If you save two hours every single day for incidentals, either you will remove the stress of watching your neatly planned life fall to pieces, or you will feel the bliss and harmony that accompanies realizing you have extra time in your day. You can’t lose. Do it, and you’ll be an inherently happier person.
4) The Interrelated Good With The Bad
Everyone in Israel has had experiences with the clerk who just let them go even though they were underpaying. Why were they underpaying? Usually because the store didn’t have enough change or the clerk just didn’t want to be bothered to search for it. It’s a different way of looking at the world.
I was in Chicago a couple of years ago, and needed tires replaced. When I went to pay, their machine wasn’t working. I was in a very serious rush, but they were unwilling to accommodate any of my suggestions, despite the fact that it was their machine causing the problems. I offered a check. Nope. I offered to leave contact information and copies of identifying material, so they could contact me to pay later. They wouldn’t hear of it. Their policy was their policy. And an incredible amount of time was wasted so I could get to an ATM and pay in cash.
But in Israel, in one year of living here I think I’ve gone on the bus maybe fifteen times when their card reader didn’t work. In every instance, they just told me to go on. Their machine didn’t work; I got a free bus ride.
Is this a good quality? You tell me. On one hand, their system caused the error, and they in no way inconvenienced me because of it. On the other hand, why in the world do their card readers never work!?
I think it’s all interrelated. People have come to realize that the systems are flawed, so they’ve learned to adapt to those flaws. The guy in Chicago might have not made my morning hell if this were a daily occurrence. He’d have no customers.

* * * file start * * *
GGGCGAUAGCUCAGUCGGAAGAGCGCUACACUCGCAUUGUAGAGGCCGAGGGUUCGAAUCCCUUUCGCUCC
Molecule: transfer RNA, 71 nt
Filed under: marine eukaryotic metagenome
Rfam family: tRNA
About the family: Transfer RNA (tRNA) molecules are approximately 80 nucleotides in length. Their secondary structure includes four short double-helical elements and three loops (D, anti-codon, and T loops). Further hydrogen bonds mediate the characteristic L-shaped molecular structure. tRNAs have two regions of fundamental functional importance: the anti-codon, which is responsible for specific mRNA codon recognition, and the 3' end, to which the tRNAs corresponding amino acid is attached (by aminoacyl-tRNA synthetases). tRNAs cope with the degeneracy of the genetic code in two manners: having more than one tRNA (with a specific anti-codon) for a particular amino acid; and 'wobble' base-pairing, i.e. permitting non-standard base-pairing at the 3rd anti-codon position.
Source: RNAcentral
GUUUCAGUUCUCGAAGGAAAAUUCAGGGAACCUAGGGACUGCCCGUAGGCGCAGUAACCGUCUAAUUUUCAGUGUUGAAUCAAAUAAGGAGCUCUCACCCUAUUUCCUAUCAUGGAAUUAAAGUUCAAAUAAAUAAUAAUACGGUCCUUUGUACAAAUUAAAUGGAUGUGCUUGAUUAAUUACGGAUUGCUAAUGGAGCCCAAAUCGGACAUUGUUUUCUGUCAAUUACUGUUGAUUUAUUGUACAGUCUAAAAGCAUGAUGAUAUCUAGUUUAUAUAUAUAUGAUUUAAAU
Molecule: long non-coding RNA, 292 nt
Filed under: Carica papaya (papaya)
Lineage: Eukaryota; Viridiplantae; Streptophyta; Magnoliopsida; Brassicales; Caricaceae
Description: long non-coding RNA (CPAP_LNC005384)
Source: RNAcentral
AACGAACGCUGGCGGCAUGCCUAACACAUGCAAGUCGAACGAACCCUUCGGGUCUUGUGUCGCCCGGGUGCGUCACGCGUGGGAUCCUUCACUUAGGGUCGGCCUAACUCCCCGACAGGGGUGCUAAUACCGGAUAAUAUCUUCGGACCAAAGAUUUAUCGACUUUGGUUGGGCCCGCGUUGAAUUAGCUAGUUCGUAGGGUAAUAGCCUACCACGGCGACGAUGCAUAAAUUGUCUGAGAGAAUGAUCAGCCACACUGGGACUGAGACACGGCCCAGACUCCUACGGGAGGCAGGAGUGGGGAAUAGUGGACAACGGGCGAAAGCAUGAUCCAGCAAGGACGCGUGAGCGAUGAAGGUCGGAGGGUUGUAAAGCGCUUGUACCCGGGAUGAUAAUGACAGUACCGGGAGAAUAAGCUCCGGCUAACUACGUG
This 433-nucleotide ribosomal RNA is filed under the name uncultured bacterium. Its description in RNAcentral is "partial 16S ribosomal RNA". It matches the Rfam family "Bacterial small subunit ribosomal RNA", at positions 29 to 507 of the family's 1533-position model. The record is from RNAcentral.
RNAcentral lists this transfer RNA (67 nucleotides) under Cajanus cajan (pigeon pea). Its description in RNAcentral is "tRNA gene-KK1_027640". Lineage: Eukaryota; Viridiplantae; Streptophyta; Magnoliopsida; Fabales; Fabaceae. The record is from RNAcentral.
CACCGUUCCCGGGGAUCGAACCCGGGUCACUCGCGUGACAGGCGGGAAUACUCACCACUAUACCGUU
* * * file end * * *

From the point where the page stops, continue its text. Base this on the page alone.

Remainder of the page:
Maybe the members of this wacky nation have become accustomed to things not working, but they’ve learned to deal with it in the best way possible, due to their uncanny ability to just let things go.
5) Letting It Go in Israel
Every society has qualities they excel in and qualities they’re not all that great at. Israelis are pushy and loud, and the customer service is atrocious. However, they have one quality I’ve consistently witnessed that I think is essential for enjoying the Israel experience, and honestly is worthwhile for everyone to become good at.
Israelis are exceptional at letting go.
The typical mental picture is two people on a bus screaming their heads off at each other. To an unsuspecting American onlooker, they are fighting and there is animosity. But: When the bus stops, they smile at each other, say goodbye, wave, and move on. They were never actually fighting. They were just talking.
And this is really a small piece of the greatness of the true Israeli spirit. Israelis take everything in stride, they are extraordinarily forgiving, and they don’t hold grudges.
I was first awoken to this reality when I was in the army. I loathe cigarettes, and everyone on my base was all too familiar with how much I hated them. One very stressful day, a comrade lit up his cigarette right in front of my face. Without thought, and in a moment of anger, I smacked him across the face with a rolled up magazine I had in my hand.
I felt terrible. I later found him to apologize and I was amazed by his response. He looked at me confused and nonchalantly said, “For what?”
Israelis are gifted at moving on and not taking things to heart. Learn how to do that, and you can handle whatever craziness Israel throws your way.
So what have you learned so far about how to make things work in Israel?